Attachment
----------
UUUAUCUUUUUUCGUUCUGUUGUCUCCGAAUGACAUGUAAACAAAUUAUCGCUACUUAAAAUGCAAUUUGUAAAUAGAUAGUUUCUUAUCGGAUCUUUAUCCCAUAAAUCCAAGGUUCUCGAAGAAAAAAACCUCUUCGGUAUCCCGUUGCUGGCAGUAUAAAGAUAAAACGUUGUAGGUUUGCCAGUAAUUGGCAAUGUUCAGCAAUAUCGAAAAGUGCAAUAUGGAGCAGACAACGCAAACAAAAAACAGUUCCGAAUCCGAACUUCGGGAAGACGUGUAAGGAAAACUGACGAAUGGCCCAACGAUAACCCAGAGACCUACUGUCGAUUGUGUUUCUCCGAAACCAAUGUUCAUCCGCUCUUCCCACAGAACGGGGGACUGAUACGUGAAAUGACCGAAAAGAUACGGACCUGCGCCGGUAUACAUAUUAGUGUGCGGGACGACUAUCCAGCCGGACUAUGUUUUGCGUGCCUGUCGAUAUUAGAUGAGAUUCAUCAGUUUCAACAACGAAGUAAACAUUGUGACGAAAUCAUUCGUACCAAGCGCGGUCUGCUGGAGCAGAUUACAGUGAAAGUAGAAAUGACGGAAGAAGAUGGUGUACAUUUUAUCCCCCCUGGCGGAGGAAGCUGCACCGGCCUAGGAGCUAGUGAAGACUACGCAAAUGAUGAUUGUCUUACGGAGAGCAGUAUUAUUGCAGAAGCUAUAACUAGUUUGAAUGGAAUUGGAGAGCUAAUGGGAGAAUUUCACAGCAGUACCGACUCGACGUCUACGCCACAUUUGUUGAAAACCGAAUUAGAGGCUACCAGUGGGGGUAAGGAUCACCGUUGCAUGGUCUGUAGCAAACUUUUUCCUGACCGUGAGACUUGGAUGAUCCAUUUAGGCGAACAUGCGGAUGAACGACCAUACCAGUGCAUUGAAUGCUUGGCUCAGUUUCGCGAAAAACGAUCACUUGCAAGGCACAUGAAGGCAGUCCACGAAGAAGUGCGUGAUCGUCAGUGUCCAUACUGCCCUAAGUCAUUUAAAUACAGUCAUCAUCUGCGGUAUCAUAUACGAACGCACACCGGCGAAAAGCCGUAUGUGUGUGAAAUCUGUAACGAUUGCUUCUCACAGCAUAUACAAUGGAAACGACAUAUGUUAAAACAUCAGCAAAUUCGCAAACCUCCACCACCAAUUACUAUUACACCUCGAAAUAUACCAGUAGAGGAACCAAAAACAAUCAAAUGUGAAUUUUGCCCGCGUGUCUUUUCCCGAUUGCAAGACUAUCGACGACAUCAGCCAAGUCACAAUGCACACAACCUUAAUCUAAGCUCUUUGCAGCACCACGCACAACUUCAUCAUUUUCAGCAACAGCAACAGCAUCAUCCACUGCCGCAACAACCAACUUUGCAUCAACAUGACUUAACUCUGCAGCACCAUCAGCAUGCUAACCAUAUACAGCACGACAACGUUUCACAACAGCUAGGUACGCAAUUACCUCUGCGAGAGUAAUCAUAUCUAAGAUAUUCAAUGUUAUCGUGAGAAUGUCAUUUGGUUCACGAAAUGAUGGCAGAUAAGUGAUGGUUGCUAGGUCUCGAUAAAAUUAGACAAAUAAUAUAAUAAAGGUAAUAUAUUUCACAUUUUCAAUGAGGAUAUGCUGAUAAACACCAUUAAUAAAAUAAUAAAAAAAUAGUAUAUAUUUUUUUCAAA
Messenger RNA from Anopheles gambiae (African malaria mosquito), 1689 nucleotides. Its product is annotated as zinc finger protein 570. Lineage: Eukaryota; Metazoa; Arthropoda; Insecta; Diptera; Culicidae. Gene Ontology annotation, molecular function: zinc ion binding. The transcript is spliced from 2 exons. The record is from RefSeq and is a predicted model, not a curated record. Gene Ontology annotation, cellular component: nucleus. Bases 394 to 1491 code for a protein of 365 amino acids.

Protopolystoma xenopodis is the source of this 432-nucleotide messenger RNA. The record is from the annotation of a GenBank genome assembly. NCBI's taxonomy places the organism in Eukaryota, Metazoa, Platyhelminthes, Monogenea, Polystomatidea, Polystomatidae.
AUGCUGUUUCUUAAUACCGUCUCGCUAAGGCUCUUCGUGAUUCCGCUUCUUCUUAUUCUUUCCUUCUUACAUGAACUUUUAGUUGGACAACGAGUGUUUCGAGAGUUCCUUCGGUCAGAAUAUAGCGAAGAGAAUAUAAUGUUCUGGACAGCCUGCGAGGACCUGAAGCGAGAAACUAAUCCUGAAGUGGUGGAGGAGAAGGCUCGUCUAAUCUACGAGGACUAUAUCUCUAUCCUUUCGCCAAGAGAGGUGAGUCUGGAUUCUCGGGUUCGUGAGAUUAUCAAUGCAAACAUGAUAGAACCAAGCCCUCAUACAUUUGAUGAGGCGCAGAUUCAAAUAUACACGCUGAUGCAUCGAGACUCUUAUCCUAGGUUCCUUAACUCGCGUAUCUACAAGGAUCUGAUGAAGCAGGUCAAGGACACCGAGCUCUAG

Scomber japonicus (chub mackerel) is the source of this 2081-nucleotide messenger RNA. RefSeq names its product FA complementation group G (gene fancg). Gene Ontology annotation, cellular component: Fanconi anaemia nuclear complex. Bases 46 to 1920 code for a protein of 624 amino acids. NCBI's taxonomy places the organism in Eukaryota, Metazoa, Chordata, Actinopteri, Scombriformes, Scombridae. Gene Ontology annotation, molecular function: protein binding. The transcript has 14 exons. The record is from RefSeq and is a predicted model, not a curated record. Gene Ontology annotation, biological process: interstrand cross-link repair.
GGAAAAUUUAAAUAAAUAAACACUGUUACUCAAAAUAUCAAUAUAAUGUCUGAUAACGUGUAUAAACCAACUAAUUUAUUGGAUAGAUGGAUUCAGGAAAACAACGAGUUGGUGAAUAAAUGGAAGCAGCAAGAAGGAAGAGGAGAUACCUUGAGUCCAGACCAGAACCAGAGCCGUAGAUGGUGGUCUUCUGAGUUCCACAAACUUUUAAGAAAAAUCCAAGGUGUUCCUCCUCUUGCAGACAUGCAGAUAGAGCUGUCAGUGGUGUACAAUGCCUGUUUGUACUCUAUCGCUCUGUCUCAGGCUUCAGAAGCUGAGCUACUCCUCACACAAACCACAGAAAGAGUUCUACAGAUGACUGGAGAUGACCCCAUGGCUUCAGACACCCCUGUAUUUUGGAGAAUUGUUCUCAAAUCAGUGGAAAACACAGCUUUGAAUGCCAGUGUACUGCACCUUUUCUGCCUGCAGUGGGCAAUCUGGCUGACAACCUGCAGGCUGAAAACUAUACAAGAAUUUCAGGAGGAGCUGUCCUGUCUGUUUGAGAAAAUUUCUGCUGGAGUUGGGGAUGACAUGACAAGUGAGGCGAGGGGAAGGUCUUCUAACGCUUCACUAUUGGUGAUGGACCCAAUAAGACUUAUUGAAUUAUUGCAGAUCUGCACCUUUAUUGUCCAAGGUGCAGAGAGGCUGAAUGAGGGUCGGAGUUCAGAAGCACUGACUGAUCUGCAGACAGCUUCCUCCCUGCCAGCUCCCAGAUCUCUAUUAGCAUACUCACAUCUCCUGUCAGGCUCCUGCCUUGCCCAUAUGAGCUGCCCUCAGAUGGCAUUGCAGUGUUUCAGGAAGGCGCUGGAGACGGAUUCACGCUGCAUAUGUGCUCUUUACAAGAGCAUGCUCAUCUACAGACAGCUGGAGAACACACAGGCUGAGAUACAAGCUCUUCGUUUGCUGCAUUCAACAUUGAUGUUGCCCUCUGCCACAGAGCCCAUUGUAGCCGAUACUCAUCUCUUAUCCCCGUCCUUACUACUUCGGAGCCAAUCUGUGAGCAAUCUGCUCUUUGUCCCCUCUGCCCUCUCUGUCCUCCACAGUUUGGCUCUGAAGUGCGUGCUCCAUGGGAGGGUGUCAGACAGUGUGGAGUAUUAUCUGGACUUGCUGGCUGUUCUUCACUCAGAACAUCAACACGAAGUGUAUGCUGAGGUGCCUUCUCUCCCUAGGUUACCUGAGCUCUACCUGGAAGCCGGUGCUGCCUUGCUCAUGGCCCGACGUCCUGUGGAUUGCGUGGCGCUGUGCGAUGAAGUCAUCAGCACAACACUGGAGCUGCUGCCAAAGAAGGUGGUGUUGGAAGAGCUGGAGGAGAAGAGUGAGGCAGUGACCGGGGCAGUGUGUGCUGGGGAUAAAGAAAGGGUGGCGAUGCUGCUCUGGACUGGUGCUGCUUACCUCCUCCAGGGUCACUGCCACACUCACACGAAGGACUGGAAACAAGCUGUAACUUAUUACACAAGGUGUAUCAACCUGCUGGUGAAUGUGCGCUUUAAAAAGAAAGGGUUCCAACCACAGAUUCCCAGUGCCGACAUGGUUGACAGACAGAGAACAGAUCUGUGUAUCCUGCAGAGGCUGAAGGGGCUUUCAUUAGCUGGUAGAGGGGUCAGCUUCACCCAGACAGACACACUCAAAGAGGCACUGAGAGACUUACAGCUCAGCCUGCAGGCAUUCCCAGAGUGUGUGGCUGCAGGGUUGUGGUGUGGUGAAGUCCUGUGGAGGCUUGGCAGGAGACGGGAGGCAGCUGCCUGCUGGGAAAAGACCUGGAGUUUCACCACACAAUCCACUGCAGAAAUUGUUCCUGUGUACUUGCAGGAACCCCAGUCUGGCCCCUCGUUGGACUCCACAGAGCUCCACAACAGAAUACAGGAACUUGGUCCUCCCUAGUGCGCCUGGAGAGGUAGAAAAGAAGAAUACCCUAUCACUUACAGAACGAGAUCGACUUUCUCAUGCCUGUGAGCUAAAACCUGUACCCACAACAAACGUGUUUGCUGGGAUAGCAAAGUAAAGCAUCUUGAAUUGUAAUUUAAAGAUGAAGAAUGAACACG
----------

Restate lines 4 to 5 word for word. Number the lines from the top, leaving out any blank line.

AUGCUGUUUCUUAAUACCGUCUCGCUAAGGCUCUUCGUGAUUCCGCUUCUUCUUAUUCUUUCCUUCUUACAUGAACUUUUAGUUGGACAACGAGUGUUUCGAGAGUUCCUUCGGUCAGAAUAUAGCGAAGAGAAUAUAAUGUUCUGGACAGCCUGCGAGGACCUGAAGCGAGAAACUAAUCCUGAAGUGGUGGAGGAGAAGGCUCGUCUAAUCUACGAGGACUAUAUCUCUAUCCUUUCGCCAAGAGAGGUGAGUCUGGAUUCUCGGGUUCGUGAGAUUAUCAAUGCAAACAUGAUAGAACCAAGCCCUCAUACAUUUGAUGAGGCGCAGAUUCAAAUAUACACGCUGAUGCAUCGAGACUCUUAUCCUAGGUUCCUUAACUCGCGUAUCUACAAGGAUCUGAUGAAGCAGGUCAAGGACACCGAGCUCUAG

Scomber japonicus (chub mackerel) is the source of this 2081-nucleotide messenger RNA. RefSeq names its product FA complementation group G (gene fancg). Gene Ontology annotation, cellular component: Fanconi anaemia nuclear complex. Bases 46 to 1920 code for a protein of 624 amino acids. NCBI's taxonomy places the organism in Eukaryota, Metazoa, Chordata, Actinopteri, Scombriformes, Scombridae. Gene Ontology annotation, molecular function: protein binding. The transcript has 14 exons. The record is from RefSeq and is a predicted model, not a curated record. Gene Ontology annotation, biological process: interstrand cross-link repair.